Ft,pl /2 Rb
Mpl,t

Q/2 Re

Figure 8.

Figure 9. Deformation and bending moment diagram


for Mode 21.

Local mechanisms around bolt.

2.3.2 Mode 2-2


This mode is equivalent to the second mode proposed by Igarashi et al. (1985). The circumferential
curvature is taken equal to zero along the flange for
r ranging between R0 and 22 (see Figure 10).
The radial bending moment diagram is similar
to that obtained for mode 1 but the moment is
always lower than Mpl,f. Hence for Rb < r <Re, the
expression for the radial bending moment is:

B = Ft,pl = nbFt,pl = 0,9nbAs fyb


where As = cross section area of the bolt; fyb = yield
strength of steel of bolts.
The tensile resistance of bolts is multiplied by
0,9 to compensate for the effects of bolt bending
moments which are not explicitly considered.
2.3.1 Mode 2-1
This mode is equivalent to the first mode proposed by Igarashi et al (1985). The circumferential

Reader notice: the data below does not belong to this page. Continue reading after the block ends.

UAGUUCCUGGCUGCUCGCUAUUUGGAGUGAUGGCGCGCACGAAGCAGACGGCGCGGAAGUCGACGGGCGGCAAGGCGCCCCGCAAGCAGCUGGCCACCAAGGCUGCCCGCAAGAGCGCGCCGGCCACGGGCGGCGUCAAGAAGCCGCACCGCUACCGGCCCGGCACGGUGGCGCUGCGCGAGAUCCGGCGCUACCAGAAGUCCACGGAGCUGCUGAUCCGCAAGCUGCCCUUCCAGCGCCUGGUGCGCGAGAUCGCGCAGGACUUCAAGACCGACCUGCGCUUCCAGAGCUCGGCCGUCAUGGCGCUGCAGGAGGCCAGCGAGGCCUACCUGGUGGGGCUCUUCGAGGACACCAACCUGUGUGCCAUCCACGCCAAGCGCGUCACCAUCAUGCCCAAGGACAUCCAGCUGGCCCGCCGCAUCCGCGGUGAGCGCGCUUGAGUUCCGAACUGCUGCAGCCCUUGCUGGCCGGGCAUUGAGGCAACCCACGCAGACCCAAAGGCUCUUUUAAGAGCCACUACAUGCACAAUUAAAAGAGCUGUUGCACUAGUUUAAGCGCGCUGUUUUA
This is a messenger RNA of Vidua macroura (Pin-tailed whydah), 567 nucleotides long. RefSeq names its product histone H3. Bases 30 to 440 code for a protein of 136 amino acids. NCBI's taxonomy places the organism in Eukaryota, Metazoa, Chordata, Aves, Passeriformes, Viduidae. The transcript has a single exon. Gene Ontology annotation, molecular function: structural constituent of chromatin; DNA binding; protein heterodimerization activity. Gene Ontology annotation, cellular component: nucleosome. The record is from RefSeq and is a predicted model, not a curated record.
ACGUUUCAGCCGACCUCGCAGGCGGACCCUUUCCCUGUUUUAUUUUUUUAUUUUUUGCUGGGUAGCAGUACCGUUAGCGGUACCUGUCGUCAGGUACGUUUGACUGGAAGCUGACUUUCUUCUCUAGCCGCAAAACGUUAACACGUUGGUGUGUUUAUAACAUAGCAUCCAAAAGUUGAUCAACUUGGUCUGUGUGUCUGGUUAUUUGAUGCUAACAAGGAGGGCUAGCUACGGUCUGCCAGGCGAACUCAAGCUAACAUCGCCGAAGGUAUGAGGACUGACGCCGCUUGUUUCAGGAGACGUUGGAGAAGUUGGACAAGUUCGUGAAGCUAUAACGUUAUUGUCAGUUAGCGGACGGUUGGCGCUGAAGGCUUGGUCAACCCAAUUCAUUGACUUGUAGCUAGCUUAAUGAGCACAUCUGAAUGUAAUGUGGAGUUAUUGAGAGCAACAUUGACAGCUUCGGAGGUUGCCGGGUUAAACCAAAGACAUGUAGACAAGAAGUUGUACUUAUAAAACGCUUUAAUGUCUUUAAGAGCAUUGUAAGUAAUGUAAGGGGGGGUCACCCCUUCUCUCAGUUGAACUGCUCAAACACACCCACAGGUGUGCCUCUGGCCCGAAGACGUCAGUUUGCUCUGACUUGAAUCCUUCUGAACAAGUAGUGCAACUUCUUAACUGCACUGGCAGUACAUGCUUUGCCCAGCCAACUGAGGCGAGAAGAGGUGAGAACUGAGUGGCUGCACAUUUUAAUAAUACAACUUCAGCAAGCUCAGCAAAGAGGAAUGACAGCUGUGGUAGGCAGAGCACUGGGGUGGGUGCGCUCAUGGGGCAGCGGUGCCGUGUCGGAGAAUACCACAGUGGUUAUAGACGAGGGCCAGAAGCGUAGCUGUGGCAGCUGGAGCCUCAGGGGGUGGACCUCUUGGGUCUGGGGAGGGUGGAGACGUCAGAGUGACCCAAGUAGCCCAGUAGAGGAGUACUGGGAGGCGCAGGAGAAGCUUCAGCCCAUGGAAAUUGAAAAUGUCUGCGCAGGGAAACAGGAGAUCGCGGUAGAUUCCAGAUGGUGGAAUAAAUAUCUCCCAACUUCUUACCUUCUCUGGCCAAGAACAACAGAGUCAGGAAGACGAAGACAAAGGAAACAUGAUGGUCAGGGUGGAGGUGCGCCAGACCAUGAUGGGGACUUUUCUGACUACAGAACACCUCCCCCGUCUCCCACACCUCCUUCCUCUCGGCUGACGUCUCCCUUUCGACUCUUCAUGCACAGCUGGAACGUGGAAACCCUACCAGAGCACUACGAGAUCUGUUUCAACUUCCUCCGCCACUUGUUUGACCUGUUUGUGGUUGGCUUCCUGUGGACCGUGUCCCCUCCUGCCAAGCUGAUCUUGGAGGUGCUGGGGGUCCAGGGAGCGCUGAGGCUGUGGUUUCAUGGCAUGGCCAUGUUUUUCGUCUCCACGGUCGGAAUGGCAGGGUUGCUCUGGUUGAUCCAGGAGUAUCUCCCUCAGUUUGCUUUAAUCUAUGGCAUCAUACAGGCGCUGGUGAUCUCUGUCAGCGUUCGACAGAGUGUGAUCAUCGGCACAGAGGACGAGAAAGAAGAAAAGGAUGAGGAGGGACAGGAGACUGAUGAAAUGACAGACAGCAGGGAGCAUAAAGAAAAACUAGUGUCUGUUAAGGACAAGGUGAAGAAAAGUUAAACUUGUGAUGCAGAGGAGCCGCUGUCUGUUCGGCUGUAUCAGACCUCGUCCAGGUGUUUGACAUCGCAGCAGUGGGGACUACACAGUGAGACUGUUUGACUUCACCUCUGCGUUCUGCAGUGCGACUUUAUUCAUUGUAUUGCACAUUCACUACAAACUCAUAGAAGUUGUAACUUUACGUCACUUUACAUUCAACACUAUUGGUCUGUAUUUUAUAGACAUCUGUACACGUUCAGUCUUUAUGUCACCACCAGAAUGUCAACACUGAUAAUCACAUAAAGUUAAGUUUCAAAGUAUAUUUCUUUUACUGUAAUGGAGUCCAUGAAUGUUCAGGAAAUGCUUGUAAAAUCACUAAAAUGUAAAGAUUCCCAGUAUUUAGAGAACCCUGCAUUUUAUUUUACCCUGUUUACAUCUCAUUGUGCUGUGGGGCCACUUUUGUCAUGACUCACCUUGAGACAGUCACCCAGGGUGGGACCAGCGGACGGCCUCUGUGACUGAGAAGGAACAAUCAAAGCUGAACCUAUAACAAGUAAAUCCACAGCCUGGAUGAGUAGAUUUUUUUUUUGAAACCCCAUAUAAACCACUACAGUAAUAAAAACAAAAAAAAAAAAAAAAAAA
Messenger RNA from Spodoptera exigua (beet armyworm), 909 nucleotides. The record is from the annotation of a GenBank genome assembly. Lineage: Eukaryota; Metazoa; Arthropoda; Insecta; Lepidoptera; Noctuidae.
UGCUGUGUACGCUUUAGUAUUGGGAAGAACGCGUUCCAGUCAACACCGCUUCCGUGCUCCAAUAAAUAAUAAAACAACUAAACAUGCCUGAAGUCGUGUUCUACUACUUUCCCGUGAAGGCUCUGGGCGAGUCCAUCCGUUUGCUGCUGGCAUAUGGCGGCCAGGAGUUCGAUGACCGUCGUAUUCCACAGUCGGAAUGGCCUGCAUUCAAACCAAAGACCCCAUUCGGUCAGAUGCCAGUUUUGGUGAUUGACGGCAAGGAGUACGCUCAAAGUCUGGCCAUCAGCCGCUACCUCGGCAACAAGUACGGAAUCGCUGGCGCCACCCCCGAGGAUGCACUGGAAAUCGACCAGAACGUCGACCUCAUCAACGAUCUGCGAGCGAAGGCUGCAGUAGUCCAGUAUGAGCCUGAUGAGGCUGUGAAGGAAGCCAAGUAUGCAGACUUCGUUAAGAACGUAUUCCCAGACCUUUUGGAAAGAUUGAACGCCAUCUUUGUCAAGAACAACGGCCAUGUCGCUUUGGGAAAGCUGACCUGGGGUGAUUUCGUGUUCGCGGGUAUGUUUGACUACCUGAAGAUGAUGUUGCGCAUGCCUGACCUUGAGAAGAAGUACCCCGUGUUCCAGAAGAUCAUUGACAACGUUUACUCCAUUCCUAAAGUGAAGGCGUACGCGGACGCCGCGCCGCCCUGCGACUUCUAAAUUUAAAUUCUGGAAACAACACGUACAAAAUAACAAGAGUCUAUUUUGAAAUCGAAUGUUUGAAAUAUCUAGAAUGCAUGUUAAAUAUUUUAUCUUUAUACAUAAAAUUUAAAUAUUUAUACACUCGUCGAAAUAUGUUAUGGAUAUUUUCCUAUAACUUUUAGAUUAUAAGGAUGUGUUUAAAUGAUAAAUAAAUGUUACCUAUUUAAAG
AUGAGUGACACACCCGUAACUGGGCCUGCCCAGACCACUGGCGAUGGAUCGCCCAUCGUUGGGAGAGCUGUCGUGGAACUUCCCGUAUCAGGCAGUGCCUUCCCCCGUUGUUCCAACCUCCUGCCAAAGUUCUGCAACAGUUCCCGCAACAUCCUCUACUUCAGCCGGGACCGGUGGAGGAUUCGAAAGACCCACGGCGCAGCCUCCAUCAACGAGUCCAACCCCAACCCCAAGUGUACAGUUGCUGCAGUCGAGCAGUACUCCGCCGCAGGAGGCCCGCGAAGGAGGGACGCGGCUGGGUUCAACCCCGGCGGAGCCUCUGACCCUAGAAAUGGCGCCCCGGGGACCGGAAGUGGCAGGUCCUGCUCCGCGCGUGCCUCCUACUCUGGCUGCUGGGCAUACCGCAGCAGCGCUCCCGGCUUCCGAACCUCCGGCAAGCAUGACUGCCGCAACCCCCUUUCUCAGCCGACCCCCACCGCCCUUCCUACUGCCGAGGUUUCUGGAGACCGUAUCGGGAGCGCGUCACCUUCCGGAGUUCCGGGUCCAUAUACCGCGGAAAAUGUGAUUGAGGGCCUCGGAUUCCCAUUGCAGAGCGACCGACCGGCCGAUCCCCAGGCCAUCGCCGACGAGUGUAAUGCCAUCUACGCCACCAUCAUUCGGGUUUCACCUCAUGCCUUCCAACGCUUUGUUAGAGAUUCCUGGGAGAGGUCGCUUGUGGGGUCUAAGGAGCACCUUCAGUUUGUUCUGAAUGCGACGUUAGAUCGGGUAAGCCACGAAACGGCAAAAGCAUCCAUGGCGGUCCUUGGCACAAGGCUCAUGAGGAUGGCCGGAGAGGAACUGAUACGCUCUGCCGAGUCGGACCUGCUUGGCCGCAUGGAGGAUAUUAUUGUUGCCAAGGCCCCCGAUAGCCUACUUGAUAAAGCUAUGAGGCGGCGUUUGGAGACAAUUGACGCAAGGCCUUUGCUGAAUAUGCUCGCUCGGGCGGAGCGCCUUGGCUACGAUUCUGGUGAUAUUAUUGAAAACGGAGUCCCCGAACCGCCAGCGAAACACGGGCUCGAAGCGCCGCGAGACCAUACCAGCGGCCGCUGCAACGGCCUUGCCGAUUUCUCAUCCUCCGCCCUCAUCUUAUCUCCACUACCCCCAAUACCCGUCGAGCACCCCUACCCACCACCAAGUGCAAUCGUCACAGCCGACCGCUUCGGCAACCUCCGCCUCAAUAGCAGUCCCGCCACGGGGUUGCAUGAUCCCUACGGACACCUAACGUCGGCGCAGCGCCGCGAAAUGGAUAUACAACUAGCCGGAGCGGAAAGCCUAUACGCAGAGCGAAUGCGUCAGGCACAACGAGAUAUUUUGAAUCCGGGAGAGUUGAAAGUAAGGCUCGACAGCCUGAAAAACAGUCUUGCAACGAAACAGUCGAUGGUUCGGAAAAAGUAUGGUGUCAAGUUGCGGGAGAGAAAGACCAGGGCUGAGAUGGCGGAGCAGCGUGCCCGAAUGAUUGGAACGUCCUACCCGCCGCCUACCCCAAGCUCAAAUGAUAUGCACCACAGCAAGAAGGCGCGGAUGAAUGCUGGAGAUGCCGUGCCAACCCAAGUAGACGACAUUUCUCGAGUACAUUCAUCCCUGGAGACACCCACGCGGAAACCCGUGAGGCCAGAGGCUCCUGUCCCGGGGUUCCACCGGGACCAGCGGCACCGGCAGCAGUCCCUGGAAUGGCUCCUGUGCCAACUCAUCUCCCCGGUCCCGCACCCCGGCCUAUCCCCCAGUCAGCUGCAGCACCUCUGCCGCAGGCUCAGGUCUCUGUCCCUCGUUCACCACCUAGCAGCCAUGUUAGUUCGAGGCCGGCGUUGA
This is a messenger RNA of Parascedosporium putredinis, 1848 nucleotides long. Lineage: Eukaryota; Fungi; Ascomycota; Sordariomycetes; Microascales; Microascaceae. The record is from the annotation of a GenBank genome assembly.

curvature is equal to zero over all the flange and
plastic axial resistance is reached in all bolts (see
Figure 9).
Since the radial bending moment is always positive, equilibrium equation (2) has to be used. It can
be shown that the tensile resistance is given by
NT 2 1 pl
=

M r (r ) = M pl f ( n

(18)

( + ) R + Ft pl (Re Rb )

, n2

NT 2

2 pl

2 M pl , f

Considering the condition at the edge of the


flange (9) and (18) we get:

Re R

( )

M r + M pl
= R 1 +

n2 2 1

Mr R

(17)
It is to be noted that mode 2-1 may occur only if
the following condition is verified:

R
2 2 Ft pl

ln b .
r
2 M pl , f
r

where

2 M pl , f Re R

) ln

( )

M r + M pl
= R 1 +

n2 1 1

1
n2

Rb

F t pl

(k1 k3 )
1 2 M pl , f
M r R + M pl
= k3 + l 1 +

n2 2 1